United States Senator
November 17, 2005
Statement of Senator Patrick Leahy
Ranking Member, Judiciary Committee
Hearing on S. 852, the FAIR Act of 2005
November 17, 2005
I thank the Chairman for convening this hearing to address two reports issued since we voted our bipartisan asbestos bill out of Committee. The witnesses here today will give us their views on what level of claims filings we should expect our trust fund to receive and the cost resulting from such claims. It should be noted for the record that this is not the first time we have received testimony addressing the issue of claims projections.
The Chairman and I have gone to great lengths to ensure a full and thorough debate on this issue. Although we cannot know with scientific certainty how many victims will file claims within the trust fund, we have received significant testimony from panels of experts. From the different projections that have been scrutinized over the past several years and from relevant experiences with bankruptcy trusts such as the Manville trust, we can reasonably anticipate a range of expected claims filings and resulting costs.
These projections have been considered by Members of the Judiciary Committee over the course of dozens of hearings and mark-ups. Like other contentious aspects of the asbestos bill, these hearings and meetings led to some consensus on what we could expect in the realm of claims filings. Nonetheless, after we reached substantial agreement on claims projections and reported the bill from Committee a new study was performed by Bates White. At today's hearing we will examine this controversial study.
The report issued by Dr. Bates contains vastly different estimates on projected claims and costs of the proposed Asbestos Trust Fund than those previously considered by this Committee. Since his estimates on the number of people who could qualify for an award are significantly higher than other estimates, it is important that we examine the underlying assumptions and methodologies used by Dr. Bates. I am concerned that his estimates do not take into account the rigorous eligibility criteria that we wrote into the legislation. I am glad that he is here today so that we can have a serious discussion about his report that has received a lot of attention from special interest critics of our bipartisan bill. I look forward to receiving the testimony from today's other witnesses about why this newest study fails to fall within the range of previous estimates.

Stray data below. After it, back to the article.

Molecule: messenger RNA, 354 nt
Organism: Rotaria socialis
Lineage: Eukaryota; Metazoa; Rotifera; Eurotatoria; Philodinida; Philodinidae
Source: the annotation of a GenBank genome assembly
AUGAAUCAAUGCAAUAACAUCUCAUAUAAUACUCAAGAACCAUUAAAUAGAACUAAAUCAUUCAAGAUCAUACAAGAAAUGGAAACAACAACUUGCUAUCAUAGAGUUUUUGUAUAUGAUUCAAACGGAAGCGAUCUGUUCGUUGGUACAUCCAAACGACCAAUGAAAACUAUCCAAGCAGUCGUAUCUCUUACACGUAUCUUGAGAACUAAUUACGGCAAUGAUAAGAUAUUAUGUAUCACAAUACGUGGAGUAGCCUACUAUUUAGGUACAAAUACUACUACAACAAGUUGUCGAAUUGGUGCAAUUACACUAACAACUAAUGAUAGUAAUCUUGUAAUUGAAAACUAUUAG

I also look forward to hearing from a disinterested party, the Congressional Budget Office. In their extensive review of claims projections they found "broad agreement on the magnitude and types of claims for malignant conditions likely to be received by the fund." The Bates White projections for malignant conditions due to asbestos exposure are far outside this "broad agreement" found by the CBO. Certainly if one accepts exaggerated claims projections for the highest award levels, then the resulting cost estimate will be exaggerated.
In contrast, the CBO's cost estimate adopted mainstream claims projections and its independent analysis concluded that the FAIR Act would raise sufficient funds to cover the projected claims. In their expert opinion, the CBO predicted that the asbestos claims and award values will total $132 billion over the life of the trust fund and confirmed that the 'total receipts to the Asbestos Trust Fund over its lifetime would amount to about $140 billion, including a small amount of interest earnings on its balances."
I find it reassuring to see the CBO project $132 billion as adequate to pay the claims in a contest where there are so many variables that do not lend themselves to precise projections or predictions. Even in the range of that uncertainty, CBO has estimated that the claims could be as low as $120 billion and no higher than $150 billion so that our legislation with $140 billion is reasonable and realistically calculated to cover the claims, especially in the context with the provisions for congressional review of medical criteria and award values to reduce expenditures or increase contributions in the trust fund.
I welcome the independent analysis issued by the non-partisan CBO that the Specter-Leahy bill will raise sufficient funds to fairly compensate asbestos victims and look forward to hearing the testimony today of Dr. Douglas Holtz-Eakin, the Director of the from CBO.
Yesterday, the Senate Majority Leader announced that the full Senate will take up our bipartisan asbestos bill directly after the consideration of the nomination of Judge Alito to the Supreme Court. The Chairman and I have been requesting floor time for this important legislation for some time now. I am heartened that the Senate will finally be moving forward with bipartisan legislation to provide fair and quick compensation to asbestos victims across the nation.
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